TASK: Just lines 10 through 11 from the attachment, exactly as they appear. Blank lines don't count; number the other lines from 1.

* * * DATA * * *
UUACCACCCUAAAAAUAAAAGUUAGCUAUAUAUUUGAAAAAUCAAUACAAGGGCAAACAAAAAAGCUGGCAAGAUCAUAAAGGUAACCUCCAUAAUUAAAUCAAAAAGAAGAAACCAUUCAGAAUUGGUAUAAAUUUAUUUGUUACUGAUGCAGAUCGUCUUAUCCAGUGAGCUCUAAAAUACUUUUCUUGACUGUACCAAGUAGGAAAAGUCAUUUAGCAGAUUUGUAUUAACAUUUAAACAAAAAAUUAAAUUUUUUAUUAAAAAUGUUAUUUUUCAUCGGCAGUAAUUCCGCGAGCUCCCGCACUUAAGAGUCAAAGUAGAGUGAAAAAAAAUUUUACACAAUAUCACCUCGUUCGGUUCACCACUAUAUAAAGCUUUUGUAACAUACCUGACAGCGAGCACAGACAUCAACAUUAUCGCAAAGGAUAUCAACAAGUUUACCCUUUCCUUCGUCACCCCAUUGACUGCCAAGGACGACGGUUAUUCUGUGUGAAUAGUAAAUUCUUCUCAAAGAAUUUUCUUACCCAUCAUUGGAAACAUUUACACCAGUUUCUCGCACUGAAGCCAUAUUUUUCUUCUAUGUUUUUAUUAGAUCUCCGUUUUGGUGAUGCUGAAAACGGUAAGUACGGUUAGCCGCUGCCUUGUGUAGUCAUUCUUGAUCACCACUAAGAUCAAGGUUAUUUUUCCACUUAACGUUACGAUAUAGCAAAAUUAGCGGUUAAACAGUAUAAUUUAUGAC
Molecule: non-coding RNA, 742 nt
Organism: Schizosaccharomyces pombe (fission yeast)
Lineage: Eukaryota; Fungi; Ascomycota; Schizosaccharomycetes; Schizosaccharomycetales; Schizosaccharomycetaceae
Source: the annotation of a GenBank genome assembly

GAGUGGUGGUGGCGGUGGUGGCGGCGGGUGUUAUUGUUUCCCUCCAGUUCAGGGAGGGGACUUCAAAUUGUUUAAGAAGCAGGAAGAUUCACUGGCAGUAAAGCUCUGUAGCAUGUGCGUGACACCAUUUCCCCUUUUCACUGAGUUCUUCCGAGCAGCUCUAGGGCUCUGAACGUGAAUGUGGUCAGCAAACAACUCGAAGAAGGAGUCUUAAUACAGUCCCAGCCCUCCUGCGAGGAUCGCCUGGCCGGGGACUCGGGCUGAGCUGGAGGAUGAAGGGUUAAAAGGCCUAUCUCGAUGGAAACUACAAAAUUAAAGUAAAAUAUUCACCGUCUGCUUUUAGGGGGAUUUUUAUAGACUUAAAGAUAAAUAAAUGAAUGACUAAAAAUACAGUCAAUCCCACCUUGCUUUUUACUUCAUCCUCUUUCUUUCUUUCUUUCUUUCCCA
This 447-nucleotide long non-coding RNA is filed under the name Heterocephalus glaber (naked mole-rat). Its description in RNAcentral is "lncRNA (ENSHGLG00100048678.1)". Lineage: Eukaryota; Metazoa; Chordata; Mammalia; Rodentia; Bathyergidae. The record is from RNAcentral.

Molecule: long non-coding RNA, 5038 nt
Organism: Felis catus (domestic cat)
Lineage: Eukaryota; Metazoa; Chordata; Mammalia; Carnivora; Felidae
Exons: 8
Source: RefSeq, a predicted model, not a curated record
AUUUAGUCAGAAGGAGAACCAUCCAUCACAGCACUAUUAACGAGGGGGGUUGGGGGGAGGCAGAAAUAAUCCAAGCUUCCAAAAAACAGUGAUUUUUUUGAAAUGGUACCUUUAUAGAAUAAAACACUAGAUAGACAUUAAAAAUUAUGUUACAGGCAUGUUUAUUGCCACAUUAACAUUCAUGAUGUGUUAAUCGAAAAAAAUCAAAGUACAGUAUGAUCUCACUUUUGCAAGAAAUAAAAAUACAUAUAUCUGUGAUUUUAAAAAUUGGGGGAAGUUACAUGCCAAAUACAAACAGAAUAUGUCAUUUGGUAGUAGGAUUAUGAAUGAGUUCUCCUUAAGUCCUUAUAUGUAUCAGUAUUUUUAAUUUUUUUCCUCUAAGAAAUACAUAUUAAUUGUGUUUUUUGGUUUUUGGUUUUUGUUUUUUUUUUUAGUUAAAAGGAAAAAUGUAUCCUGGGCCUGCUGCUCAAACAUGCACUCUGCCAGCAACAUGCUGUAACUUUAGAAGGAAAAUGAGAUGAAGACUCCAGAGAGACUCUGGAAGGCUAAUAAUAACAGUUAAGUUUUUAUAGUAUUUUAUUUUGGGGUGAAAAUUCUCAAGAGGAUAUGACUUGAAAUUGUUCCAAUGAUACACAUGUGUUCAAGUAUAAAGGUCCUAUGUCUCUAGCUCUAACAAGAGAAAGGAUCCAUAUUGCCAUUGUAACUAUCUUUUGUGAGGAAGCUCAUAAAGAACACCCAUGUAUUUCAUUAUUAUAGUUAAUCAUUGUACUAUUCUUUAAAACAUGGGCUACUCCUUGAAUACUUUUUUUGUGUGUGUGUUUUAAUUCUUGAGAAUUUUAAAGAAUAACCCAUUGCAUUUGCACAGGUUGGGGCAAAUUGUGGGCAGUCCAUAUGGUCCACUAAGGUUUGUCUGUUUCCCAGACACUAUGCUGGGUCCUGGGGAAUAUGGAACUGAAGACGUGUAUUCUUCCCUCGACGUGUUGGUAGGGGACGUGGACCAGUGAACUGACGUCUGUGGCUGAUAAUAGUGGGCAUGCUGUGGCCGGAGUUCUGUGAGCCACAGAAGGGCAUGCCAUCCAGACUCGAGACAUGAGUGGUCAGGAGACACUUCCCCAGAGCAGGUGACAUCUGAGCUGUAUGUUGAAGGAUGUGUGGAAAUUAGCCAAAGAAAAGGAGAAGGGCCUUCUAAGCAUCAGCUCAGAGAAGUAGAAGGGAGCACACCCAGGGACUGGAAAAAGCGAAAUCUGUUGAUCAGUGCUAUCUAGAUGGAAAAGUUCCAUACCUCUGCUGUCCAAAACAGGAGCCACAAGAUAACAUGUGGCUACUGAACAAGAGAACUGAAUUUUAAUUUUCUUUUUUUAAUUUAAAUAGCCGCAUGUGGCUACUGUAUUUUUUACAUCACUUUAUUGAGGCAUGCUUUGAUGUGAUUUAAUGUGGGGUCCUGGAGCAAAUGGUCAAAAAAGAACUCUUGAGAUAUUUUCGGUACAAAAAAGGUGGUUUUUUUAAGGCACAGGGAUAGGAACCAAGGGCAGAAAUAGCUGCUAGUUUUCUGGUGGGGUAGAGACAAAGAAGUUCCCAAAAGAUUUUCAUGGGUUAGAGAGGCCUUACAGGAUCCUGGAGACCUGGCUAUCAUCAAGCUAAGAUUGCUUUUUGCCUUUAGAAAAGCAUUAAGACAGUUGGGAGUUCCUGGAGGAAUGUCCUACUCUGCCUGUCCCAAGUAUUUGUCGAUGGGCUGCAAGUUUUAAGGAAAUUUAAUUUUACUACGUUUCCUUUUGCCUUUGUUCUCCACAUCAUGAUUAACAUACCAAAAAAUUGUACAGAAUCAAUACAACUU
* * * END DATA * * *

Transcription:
Lineage: Eukaryota; Metazoa; Chordata; Mammalia; Carnivora; Felidae
Exons: 8